In the Development Section of the LADOTD, Brown was involved in the acquisition of right-a-ways for highways, Red River navigation projects and the purchase of state buildings and land.

"Being a former teacher, I'm also very interested in education issues,'' Brown noted. "Economic development is another area of extreme importance for District 22.''

"I'm very pleased to see that SunDrop Fuels is planning on locating near Rapides Station,'' Brown stated. "This will give a lot of timberland owners in Grant, Winn and LaSalle an outlet for their smaller timber."

"I hope to find a way to help revive the Biomass to Electricity project in Olla," Brown explained. "It seems that a decision by the Public Service Commission was what derailed that project."

The ancestors of Terry Brown moved from Georgia in 1817 to what became the Bagdad community in southern Grant Parish. Brown is married to the former Lou Altanzen of West Baton Rouge Parish. They have one daughter, Ann-Elizabeth, a Speech Pathologist student at LSU.

"Another thing that is small, but that I want to look into is the procedure freshman students at LSU have to go through to buy tickets to the home football games,'' Brown explained. "It is my understanding that only a third of the freshman students are able to buy tickets to the LSU home football games, and those are chosen by a lottery system."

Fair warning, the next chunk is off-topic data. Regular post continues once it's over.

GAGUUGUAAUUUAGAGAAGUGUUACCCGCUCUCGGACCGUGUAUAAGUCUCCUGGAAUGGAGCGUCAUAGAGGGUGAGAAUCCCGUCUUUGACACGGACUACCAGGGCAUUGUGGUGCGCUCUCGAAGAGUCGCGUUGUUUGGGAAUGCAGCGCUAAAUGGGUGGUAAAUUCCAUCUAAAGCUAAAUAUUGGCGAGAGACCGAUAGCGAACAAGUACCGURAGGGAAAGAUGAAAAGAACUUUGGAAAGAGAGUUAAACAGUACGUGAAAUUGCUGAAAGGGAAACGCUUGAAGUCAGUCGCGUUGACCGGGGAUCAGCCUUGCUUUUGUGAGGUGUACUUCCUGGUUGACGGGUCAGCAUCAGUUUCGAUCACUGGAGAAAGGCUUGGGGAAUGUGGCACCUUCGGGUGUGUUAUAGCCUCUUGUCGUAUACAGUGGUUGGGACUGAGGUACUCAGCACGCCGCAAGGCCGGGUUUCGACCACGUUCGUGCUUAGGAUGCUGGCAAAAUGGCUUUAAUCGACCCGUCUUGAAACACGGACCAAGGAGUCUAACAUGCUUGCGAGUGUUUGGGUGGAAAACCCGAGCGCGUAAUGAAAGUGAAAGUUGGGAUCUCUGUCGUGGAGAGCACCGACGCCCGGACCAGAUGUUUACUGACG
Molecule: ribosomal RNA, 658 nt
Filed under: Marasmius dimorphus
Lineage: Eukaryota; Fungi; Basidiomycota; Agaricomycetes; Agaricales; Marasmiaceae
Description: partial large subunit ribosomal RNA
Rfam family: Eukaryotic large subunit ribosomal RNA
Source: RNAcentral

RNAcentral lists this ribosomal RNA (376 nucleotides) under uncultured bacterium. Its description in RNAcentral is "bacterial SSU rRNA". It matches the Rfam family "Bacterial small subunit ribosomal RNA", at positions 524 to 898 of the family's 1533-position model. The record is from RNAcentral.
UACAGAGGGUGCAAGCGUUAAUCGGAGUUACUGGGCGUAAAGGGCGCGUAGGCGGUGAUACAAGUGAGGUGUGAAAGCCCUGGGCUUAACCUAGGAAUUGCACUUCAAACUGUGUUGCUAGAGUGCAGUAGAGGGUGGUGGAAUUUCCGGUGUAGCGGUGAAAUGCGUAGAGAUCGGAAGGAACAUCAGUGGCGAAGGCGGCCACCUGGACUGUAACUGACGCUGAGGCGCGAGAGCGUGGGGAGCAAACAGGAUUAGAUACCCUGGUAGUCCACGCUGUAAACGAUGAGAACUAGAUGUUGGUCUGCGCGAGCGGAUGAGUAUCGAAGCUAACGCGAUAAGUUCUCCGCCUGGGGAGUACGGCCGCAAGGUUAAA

Brown had just completed four days of "freshman legislator orientation" when the Journal caught up with him in the Capitol Rotunda.

"The orientation was helpful,'' Brown noted. "We learned a lot in a short period of time of how things function in the legislature, and what it takes to get things done back in your district."

"I had an advantage on some of the new legislators because I had been around the Capitol enough times to know where the restrooms and coffee shop was located,'' Brown pointed out.

"Another advantage I have over some of the other freshmen legislators is that my desk in on the front row.''

"I think that will make it a little easier to keep up with things, plus my desk is only a few steps from the podium where legislators stand to speak," Brown explained. "Another rule that I have adopted for myself is that I will never commit to support any fellow legislators bill until I have thoroughly read it."

Brown was elected to office this past November 19th as a "no-party" affiliated candidate.

"I think that it is time for elected officials to be elected on merit and ability, not on party affiliation," Brown stressed. "I'm going to represent the Republicans, Democrats and Independents in the 22nd District to the best of my ability regardless of party affiliation."

"I've already begun to reach out to supporters of my opponents to tell them that the campaign is over, it now time for the elected representative to represent all the people in District 22," Brown stated. "I have a great track record of getting along with people who don't see eye to eye with me. My wife and daughter are Catholic, while I am Methodist."